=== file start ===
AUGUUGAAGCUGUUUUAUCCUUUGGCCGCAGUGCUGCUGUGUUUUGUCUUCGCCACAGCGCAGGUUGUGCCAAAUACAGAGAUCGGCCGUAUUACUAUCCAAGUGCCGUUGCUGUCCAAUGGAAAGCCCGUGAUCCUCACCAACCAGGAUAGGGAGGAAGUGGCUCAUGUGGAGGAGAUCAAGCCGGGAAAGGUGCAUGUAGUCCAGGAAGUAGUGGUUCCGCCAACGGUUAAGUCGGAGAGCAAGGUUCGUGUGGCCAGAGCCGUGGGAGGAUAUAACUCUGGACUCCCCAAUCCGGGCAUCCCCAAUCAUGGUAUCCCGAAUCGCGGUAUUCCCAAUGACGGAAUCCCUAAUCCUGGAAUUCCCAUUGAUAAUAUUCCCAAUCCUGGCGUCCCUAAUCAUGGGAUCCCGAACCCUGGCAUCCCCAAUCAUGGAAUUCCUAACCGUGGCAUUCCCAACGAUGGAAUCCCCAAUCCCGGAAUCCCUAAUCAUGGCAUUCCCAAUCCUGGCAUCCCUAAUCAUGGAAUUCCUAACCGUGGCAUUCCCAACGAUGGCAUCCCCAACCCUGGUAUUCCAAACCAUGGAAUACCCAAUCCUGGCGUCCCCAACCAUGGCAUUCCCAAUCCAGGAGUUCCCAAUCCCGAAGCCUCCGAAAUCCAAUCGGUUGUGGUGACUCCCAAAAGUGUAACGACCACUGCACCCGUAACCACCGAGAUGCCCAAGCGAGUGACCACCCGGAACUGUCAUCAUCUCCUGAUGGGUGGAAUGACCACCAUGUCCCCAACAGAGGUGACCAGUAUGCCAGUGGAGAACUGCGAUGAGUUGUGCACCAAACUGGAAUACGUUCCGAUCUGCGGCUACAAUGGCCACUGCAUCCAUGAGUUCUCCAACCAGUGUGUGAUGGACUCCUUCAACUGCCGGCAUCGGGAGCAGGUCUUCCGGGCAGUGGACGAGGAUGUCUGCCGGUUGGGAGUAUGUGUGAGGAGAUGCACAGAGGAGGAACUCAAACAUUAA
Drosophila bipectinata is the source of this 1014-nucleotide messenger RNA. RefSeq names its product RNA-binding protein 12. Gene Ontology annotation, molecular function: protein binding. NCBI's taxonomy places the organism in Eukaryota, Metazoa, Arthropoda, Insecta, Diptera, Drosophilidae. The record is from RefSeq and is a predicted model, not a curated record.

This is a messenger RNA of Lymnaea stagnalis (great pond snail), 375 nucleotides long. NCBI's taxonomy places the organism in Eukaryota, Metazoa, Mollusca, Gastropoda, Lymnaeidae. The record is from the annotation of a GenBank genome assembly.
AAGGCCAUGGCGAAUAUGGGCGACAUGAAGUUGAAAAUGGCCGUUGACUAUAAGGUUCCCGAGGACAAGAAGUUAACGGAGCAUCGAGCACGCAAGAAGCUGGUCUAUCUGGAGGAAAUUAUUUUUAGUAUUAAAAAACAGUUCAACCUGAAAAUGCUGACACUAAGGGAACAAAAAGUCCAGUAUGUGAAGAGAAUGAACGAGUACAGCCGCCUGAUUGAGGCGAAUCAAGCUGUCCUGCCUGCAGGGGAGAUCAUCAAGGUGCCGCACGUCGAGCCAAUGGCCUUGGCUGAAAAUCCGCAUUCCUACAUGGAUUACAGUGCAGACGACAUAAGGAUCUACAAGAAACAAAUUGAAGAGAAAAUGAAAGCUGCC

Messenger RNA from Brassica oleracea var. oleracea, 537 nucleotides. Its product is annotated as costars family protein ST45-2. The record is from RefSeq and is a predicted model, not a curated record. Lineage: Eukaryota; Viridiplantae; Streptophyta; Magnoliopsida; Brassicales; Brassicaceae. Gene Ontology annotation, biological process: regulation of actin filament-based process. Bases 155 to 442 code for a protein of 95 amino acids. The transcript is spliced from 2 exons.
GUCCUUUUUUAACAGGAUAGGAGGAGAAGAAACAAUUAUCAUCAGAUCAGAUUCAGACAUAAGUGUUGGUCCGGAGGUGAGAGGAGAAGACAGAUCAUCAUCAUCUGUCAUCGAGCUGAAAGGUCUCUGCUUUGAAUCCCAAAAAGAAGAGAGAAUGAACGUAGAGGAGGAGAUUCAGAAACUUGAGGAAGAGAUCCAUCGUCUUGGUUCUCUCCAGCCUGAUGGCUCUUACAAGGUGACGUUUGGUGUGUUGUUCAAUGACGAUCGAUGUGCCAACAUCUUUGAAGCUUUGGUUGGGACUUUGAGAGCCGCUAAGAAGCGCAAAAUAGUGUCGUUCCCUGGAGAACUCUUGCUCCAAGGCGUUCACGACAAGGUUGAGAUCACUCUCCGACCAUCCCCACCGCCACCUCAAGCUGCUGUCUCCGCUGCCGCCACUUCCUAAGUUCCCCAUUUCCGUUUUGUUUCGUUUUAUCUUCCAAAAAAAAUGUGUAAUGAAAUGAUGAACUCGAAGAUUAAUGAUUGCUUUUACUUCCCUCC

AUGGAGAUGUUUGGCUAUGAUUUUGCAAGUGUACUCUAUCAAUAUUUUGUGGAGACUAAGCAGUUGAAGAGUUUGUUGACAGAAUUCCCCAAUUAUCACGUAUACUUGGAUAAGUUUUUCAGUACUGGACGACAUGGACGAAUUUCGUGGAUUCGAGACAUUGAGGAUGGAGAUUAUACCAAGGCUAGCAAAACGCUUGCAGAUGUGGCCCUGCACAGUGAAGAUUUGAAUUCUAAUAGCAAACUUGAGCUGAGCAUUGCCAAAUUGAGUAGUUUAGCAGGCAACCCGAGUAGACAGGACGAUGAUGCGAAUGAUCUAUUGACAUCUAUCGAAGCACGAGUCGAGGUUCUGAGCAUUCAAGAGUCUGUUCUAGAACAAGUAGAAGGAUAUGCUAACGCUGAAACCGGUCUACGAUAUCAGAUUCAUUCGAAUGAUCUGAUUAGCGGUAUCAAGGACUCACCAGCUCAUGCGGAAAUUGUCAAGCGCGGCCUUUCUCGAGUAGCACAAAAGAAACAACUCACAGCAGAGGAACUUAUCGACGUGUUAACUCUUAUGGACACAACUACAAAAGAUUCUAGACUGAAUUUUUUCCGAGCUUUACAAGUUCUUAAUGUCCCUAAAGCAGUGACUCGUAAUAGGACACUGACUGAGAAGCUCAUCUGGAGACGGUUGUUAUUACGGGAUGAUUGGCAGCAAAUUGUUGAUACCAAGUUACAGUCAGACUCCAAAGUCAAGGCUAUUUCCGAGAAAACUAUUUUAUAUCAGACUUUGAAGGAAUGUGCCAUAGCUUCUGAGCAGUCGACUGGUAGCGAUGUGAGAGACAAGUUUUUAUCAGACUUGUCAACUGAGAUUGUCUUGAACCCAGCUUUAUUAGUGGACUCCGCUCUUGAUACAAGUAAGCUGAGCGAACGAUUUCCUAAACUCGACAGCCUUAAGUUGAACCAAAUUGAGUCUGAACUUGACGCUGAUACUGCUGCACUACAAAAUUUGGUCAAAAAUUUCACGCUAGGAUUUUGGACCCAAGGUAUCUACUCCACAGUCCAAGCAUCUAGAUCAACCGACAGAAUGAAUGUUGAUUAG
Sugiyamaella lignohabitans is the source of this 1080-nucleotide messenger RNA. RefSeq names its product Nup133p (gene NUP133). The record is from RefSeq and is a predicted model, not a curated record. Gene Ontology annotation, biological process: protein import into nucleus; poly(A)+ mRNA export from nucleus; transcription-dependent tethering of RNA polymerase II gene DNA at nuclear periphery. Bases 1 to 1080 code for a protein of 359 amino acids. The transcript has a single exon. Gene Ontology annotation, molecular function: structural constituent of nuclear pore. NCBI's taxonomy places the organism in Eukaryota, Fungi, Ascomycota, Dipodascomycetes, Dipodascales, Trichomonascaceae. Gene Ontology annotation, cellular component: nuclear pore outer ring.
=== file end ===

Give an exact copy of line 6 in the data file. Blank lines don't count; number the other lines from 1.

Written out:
GUCCUUUUUUAACAGGAUAGGAGGAGAAGAAACAAUUAUCAUCAGAUCAGAUUCAGACAUAAGUGUUGGUCCGGAGGUGAGAGGAGAAGACAGAUCAUCAUCAUCUGUCAUCGAGCUGAAAGGUCUCUGCUUUGAAUCCCAAAAAGAAGAGAGAAUGAACGUAGAGGAGGAGAUUCAGAAACUUGAGGAAGAGAUCCAUCGUCUUGGUUCUCUCCAGCCUGAUGGCUCUUACAAGGUGACGUUUGGUGUGUUGUUCAAUGACGAUCGAUGUGCCAACAUCUUUGAAGCUUUGGUUGGGACUUUGAGAGCCGCUAAGAAGCGCAAAAUAGUGUCGUUCCCUGGAGAACUCUUGCUCCAAGGCGUUCACGACAAGGUUGAGAUCACUCUCCGACCAUCCCCACCGCCACCUCAAGCUGCUGUCUCCGCUGCCGCCACUUCCUAAGUUCCCCAUUUCCGUUUUGUUUCGUUUUAUCUUCCAAAAAAAAUGUGUAAUGAAAUGAUGAACUCGAAGAUUAAUGAUUGCUUUUACUUCCCUCC